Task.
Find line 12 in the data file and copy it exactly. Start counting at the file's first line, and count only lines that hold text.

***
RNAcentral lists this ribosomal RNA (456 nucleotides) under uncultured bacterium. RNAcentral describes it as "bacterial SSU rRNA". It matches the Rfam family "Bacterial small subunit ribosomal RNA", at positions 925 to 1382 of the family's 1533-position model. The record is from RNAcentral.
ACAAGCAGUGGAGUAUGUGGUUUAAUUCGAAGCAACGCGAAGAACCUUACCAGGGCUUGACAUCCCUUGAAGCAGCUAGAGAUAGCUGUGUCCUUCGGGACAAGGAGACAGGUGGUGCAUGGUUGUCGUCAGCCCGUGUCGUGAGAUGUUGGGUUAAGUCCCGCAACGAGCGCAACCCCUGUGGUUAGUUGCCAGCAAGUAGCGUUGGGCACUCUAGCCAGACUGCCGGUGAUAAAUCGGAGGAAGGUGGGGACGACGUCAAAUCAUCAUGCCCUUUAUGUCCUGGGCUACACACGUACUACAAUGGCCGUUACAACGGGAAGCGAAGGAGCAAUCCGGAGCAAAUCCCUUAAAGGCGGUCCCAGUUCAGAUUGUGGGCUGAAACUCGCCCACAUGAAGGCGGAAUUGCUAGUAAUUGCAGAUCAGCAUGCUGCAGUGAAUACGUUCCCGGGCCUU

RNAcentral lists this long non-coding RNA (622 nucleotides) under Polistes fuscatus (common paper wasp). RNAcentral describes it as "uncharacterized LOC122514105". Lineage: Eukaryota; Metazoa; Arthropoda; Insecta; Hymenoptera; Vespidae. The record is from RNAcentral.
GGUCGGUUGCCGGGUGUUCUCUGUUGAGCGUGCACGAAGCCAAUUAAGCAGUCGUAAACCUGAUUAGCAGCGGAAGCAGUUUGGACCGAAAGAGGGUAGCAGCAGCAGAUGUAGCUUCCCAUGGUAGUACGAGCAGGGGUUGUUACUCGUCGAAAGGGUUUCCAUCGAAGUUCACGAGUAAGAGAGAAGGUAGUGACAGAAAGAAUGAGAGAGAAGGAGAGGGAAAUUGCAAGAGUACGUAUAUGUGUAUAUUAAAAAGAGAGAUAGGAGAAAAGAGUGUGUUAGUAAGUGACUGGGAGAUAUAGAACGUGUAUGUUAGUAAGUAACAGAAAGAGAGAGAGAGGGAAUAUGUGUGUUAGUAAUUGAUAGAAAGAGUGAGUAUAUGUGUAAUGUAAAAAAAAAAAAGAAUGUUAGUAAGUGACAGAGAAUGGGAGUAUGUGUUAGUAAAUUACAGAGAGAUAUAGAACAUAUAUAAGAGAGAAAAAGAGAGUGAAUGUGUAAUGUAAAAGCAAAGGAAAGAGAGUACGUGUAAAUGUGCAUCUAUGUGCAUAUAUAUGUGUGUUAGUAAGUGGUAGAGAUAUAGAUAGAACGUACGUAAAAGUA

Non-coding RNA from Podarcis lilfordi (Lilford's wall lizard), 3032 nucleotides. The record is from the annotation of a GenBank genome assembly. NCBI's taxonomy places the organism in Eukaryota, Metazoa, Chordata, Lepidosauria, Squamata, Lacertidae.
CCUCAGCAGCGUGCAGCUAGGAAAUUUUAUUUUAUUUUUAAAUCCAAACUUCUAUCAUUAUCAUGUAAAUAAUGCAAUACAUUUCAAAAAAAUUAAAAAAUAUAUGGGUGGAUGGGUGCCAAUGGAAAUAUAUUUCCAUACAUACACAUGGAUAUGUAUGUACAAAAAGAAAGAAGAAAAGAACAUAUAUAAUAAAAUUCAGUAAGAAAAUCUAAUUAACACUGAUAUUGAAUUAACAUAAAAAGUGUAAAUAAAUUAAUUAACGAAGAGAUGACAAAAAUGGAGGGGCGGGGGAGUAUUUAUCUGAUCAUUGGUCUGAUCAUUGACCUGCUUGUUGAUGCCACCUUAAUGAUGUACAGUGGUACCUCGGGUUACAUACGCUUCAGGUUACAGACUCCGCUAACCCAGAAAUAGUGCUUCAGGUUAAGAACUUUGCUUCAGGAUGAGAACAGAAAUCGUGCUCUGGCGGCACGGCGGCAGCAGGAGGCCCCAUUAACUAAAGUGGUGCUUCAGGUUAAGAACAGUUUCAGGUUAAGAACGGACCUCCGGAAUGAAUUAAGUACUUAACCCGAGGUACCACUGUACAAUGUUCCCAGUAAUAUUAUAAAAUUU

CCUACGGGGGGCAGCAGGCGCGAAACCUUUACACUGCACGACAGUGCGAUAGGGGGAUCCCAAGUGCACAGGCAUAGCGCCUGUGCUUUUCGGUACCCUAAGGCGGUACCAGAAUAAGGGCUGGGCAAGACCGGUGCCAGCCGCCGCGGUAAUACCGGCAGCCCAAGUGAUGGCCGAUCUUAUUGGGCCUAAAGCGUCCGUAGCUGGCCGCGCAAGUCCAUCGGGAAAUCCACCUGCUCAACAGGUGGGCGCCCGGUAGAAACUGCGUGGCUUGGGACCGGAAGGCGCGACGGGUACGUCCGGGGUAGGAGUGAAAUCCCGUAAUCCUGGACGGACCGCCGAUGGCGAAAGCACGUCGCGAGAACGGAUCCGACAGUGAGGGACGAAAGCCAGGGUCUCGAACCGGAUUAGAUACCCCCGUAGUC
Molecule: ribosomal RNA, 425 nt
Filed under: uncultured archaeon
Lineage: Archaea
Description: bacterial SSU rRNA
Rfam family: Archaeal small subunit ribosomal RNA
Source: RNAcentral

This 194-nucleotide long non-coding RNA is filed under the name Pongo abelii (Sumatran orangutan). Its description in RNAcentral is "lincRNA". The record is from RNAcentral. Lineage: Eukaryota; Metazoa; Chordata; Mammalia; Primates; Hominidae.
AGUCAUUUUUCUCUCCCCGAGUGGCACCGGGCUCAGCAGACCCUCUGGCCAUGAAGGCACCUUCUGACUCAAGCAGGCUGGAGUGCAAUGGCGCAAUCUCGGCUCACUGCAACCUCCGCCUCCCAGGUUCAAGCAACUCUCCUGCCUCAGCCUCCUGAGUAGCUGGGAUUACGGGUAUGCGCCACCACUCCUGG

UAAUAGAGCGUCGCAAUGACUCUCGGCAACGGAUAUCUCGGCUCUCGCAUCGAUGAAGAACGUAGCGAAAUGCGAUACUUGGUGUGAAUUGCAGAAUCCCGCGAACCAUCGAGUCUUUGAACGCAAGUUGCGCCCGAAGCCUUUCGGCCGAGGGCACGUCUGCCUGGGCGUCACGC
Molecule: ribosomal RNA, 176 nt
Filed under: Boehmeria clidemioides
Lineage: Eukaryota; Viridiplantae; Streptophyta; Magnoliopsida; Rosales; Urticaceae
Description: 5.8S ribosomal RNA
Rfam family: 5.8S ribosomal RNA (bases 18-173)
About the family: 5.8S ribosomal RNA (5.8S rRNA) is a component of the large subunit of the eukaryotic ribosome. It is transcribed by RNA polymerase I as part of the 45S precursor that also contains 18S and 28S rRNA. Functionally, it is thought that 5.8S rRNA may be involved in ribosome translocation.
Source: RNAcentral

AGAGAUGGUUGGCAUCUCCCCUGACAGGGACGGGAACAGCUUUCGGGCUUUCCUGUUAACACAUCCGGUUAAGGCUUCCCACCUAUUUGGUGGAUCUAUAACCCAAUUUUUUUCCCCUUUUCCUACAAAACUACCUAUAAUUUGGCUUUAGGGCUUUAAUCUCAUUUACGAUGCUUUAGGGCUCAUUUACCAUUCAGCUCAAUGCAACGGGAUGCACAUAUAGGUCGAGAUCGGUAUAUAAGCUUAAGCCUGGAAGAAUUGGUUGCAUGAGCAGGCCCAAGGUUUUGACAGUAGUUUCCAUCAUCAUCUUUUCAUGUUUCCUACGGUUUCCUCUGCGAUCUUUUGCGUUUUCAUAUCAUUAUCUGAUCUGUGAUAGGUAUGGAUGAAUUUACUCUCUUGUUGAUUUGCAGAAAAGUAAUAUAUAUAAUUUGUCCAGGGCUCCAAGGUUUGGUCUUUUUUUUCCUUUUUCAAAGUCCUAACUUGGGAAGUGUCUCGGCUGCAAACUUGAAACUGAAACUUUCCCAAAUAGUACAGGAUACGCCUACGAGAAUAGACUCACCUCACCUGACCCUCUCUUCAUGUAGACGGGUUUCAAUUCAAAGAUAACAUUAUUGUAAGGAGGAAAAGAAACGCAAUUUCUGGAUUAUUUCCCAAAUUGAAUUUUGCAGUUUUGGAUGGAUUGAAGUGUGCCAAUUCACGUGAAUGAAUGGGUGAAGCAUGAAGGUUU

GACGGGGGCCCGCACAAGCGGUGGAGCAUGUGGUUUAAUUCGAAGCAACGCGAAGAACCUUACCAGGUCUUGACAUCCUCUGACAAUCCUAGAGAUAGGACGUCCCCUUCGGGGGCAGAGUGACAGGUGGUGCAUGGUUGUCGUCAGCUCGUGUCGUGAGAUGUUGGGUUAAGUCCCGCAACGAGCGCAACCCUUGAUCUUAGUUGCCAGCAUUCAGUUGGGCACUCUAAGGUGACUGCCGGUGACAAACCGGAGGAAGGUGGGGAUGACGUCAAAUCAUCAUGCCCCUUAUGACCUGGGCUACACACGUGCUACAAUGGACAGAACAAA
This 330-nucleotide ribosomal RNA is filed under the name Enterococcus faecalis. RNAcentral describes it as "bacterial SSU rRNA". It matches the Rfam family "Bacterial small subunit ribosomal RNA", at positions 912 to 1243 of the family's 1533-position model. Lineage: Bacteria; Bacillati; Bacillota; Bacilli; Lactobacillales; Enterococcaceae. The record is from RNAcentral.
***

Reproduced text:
Rfam family: Archaeal small subunit ribosomal RNA